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Notes on the February 10, 2013 Broadcast of Meet The Press

February 10, 2013

All Rights NBC NewsThis morning’s Meet the Press began with host David Gregory introducing his two guests. Senator Dick Durbin (D-IL) and Congressman Eric Cantor (R-VA). He then went to his bizarre practice of interviewing the two men back-to-back rather than hearing what they might have to say to each other. He began with House Majority Leader Cantor.

Gregory first asked Cantor, do you really want sequester to happen? Gregory noted that the Associated Press says Virginia would suffer deep economic wounds if these automatic spending cuts come about. Cantor said, “Clearly this is not the best way to go about trying to control spending.”

Gregory asked, then why not work with the president to bring about some short-term cuts? Cantor said because the answer from the White House is always “raise taxes.” Cantor added, “We can’t be raising taxes in this town every three months, David.”

Cantors bottom line is that he does not want the indiscriminate budget cuts to happen, but he said that it is up to the president to act.

On immigration reform, Cantor repeated his earlier statements that children brought here as minors should have some way to become citizens. He was noncommittal on reforms that would go beyond children.

In a discussion about “re-branding the Republican Party,” he gave a passionate defense of conservative principles.

Before moving on to the discussion with Senator Durbin, Gregory shook up the normal agenda and went to a conversation with his political roundtable. GOP strategist Mike Murphy said the president’s current strategy will lead to gridlock in Washington. Instead, Murphy suggested, the president should do a “Nixon to China move.” The BBC’s Katty Kay says job growth must be at the top of the president agenda.

After Senator Durbin cooled his heels for a few more minutes, he said everyone should understand that, “Sequestration was designed as a budget threat, not a budget strategy,” and if it goes forward, it will have dramatic negative impacts on the country.

Durbin gave a strong defense of comprehensive immigration reform that goes beyond just children. On the issue of drone strikes, both Representative Cantor and Senator Durbin expressed moral concern about the actions, but neither seemed eager to curtail the president’s authority in this matter.

Regarding the nomination of former Senator Chuck Hagel (R-NE) to be Secretary of Defense, Durbin believes that he will be confirmed and said Republicans have told him that they will not initiate a filibuster to stop the nomination. (UPDATE: Durbin apparently did not know what Senator Lindsey Graham (R-SC) was saying over on Face The Nation at about the same time.)

Back in the (second) roundtable discussion, Mayor Kasim Reed (D-Atlanta) said he wanted to respond to the idea that the president should be more conciliatory in his State of Union address this week. Mayor Reed said the president tried that early in his first term and was rejected by the Republicans.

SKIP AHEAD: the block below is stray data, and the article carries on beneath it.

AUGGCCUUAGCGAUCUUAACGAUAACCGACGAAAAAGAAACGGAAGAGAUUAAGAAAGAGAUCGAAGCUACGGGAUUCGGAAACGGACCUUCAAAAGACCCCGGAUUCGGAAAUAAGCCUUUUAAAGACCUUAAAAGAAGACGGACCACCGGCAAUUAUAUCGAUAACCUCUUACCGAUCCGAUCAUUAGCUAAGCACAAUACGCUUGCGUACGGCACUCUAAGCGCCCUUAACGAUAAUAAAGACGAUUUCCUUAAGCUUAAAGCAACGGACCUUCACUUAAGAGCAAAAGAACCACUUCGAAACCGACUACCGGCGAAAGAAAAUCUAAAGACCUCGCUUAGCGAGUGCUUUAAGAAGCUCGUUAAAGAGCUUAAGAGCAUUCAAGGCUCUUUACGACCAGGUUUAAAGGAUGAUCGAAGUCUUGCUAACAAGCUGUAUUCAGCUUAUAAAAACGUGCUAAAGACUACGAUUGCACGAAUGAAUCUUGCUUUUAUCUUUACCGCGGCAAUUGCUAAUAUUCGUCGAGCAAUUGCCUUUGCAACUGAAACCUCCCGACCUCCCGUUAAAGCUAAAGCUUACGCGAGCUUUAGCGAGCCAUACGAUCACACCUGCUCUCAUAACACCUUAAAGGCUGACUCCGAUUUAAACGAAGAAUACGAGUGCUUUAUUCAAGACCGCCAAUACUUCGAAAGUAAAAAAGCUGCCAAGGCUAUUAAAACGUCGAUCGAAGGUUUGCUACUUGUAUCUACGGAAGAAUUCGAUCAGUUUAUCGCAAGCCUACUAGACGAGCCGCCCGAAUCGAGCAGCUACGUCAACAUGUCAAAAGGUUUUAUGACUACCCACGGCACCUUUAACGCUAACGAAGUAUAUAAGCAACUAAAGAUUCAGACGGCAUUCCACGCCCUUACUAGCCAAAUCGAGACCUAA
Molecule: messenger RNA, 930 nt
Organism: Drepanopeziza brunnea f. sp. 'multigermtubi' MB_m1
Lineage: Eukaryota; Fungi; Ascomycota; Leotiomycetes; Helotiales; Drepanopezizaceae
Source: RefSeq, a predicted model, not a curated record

NBC’s Michael Isikoff seemed to agree, saying the president currently has the upper hand in the budget negotiations. Michael Gerson of the Washington Post worries that Republicans don’t remember how bad things were when they lost the budget standoff in 1996. On the other hand, he said, the president risks an economic slowdown. He predicts Congress and the president will find a way to approve a three-month solution.

Going back to his “Nixon goes to China” recommendation, Mike Murphy said the president could just say, “Chain CPI and beneficiaries pay a little more.” By this, Murphy means big change for entitlement programs, especially Medicare. He notes that it would be difficult for the president to sell to his own party, but it would mean much for compromise with Republicans.

Kay reminded everyone that the cuts called for in the sequester will cut exactly the kinds of things that lead to economic growth.

Isikoff described the story of the White House memos on drone strikes he revealed earlier this week. Kay warned that the drone policy is starting to turn moderates in the Muslim world against United States.

The program ended with a quick little roundtable on number of topics including Senator Marco Rubio (R-FL), Gov. Chris Christie’s (R-NJ) weight, and Ashley Judd’s potential Senate run in Tennessee. No new ground was broken.

Today’s Meet The Press transcript will be here.

Also follow the show on the MTP Facebook page, track Twitter feeds from host David Gregory, Meet The Press, and Executive Producer Betsy Fischer, watch the midweek PressPass interview, and don’t forget Gregory’s blog.

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